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Two-Timing Modernity

Two-Timing Modernity

Homosocial Narrative in Modern Japanese Fiction

J. Keith Vincent

ISBN 9780674067127

Publication date: 11/19/2012

Until the late nineteenth century, Japan could boast of an elaborate cultural tradition surrounding the love and desire that men felt for other men. By the first years of the twentieth century, however, as heterosexuality became associated with an enlightened modernity, love between men was increasingly branded as “feudal” or immature. The resulting rupture in what has been called the “male homosocial continuum” constitutes one of the most significant markers of Japan’s entrance into modernity. And yet, just as early Japanese modernity often seemed haunted by remnants of the premodern past, the nation’s newly heteronormative culture was unable and perhaps unwilling to expunge completely the recent memory of a male homosocial past now read as perverse.

Two-Timing Modernity integrates queer, feminist, and narratological approaches to show how key works by Japanese male authors—Mori Ōgai, Natsume Sōseki, Hamao Shirō, and Mishima Yukio—encompassed both a straight future and a queer past by employing new narrative techniques to stage tensions between two forms of temporality: the forward-looking time of modernization and normative development, and the “perverse” time of nostalgia, recursion, and repetition.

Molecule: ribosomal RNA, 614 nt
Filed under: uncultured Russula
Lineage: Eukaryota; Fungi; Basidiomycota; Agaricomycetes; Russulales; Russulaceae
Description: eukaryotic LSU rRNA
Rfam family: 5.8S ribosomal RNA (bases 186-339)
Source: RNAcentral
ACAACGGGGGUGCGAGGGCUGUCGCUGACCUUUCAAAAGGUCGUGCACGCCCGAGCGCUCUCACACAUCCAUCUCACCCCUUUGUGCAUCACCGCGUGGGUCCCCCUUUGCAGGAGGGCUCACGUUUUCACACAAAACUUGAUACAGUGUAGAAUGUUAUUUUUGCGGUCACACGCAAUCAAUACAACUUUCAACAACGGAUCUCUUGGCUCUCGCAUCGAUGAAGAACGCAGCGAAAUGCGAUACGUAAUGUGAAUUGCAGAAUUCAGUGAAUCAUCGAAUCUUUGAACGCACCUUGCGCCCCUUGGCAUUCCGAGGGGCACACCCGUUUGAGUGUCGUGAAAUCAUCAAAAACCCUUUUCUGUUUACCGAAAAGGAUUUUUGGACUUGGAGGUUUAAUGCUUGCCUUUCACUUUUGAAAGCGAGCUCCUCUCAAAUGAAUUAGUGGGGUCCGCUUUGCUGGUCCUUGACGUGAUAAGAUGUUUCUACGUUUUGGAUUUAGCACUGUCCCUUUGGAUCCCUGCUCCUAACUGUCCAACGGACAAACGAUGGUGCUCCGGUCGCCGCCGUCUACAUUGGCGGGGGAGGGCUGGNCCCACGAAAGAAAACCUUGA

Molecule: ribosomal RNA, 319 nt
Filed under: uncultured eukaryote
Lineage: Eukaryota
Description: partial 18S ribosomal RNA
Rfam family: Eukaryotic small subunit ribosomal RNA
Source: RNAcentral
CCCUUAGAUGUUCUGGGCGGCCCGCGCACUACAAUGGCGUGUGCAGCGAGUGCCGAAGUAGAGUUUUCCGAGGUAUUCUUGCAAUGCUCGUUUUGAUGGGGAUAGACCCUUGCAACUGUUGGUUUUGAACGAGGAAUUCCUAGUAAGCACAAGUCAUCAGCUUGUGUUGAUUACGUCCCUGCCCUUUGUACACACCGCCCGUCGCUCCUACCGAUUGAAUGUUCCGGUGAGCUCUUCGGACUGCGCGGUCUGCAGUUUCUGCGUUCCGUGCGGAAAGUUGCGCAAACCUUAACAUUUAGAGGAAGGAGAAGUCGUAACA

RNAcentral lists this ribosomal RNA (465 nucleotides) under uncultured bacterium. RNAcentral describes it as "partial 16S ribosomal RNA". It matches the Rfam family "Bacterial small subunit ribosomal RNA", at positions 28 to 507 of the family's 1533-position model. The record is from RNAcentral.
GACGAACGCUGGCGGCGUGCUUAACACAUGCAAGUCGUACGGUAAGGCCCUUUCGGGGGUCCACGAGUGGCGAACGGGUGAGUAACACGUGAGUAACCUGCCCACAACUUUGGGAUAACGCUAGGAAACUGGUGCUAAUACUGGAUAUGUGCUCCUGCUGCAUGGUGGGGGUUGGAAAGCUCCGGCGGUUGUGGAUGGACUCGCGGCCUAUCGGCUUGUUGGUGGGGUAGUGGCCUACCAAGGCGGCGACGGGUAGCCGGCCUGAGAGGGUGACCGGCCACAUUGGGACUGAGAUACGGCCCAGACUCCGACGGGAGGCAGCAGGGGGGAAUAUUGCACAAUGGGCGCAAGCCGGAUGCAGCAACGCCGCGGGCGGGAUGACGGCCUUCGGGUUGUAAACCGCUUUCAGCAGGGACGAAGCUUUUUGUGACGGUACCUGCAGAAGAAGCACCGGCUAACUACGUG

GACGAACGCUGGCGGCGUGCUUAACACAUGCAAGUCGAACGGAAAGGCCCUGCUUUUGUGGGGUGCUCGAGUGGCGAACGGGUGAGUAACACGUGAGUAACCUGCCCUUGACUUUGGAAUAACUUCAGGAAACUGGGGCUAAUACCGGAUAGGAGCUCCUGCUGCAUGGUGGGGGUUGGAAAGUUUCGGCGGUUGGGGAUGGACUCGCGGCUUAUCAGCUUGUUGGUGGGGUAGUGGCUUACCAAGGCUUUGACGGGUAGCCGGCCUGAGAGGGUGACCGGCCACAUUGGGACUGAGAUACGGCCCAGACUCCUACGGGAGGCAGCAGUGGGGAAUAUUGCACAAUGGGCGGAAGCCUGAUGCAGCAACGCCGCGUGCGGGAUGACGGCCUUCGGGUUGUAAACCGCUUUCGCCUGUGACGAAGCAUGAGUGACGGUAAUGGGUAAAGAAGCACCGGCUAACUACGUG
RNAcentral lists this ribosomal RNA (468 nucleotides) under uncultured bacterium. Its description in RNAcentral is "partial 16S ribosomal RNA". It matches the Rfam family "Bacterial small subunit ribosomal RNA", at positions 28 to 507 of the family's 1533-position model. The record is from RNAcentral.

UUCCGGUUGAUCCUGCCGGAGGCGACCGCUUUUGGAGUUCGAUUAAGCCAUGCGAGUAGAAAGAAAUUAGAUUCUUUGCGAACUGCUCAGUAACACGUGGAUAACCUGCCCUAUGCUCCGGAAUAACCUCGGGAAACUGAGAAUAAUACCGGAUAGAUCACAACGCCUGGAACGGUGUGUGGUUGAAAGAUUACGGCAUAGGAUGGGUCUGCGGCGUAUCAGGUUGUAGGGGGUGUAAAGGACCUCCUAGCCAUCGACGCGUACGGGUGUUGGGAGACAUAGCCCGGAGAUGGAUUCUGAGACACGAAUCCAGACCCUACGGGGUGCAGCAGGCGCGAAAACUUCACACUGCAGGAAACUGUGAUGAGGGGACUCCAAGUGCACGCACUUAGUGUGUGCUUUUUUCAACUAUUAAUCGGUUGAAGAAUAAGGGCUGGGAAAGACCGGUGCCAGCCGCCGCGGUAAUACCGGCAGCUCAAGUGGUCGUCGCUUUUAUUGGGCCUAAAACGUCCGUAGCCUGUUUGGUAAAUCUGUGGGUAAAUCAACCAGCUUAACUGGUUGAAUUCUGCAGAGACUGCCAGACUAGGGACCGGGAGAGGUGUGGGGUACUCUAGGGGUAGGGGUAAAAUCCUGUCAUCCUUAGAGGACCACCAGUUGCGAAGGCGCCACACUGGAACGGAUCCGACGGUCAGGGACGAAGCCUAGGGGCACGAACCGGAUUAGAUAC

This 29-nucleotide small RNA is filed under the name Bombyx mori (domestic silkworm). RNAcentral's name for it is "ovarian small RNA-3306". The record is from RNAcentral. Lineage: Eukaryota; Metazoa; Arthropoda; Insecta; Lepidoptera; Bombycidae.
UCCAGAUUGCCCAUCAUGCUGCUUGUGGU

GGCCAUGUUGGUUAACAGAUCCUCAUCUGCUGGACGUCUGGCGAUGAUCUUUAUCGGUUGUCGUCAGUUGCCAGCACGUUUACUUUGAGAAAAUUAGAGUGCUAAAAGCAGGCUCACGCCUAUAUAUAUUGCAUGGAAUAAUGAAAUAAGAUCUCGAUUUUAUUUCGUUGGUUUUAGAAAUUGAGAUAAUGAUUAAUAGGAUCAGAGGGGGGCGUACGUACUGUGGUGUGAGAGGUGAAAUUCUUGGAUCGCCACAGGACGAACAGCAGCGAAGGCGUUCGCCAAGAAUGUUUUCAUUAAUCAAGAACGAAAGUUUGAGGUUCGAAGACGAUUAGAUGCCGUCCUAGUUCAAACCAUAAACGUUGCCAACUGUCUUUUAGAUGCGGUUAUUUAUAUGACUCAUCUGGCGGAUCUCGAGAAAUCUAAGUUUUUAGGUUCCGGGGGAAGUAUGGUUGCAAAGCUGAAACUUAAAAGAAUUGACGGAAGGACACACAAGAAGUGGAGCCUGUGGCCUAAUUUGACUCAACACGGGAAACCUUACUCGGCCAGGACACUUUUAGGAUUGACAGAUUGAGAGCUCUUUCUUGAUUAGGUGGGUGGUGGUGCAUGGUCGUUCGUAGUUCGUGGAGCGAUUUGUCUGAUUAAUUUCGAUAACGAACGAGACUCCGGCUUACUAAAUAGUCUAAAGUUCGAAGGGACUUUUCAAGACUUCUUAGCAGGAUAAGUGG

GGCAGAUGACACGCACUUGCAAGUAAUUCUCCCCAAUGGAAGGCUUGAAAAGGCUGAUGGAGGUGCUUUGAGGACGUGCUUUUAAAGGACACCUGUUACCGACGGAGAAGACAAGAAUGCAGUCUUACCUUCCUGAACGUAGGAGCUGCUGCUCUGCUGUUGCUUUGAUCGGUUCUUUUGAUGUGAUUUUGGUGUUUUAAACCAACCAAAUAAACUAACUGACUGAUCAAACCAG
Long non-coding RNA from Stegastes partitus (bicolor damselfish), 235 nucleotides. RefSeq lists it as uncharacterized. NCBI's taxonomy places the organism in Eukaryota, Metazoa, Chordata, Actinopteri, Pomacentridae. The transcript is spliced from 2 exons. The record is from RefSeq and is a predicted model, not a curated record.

• Offering incisive textual analyses of homosociality in the texts of three canonical writers (Mori Ogai, Natsume Soseki, and Mishima Yukio) and one relatively unknown writer (Hamao Shiro), Vincent examines the male homosocial continuum in Japanese fiction, exploring the way male–male relationships in the novels under discussion have been relegated to a historical and narrative past where they persist in the ‘amber of memory.’ …Vincent’s study is unique in its careful articulation of the interface between the homosexual and the homosocial and the interaction both have with feminist theories and queer studies. What is perhaps even more significant, however, is the way Vincent reads the temporality of homosexual desire in both extratextual historical contexts and the intertextual narrative structure. In so doing, he shifts the focus of his argument from a general critique of culture to close textual readings. Here his literary analyses are astute, linguistically deft, and original. This is a path breaking work that will be an important resource for scholars of literature and sexuality.

    —R. L. Copeland, Choice


  • J. Keith Vincent is Assistant Professor of Japanese and Comparative Literature at Boston University.

Book Details

  • 248 pages
  • 6 x 9 inches
  • Harvard University Asia Center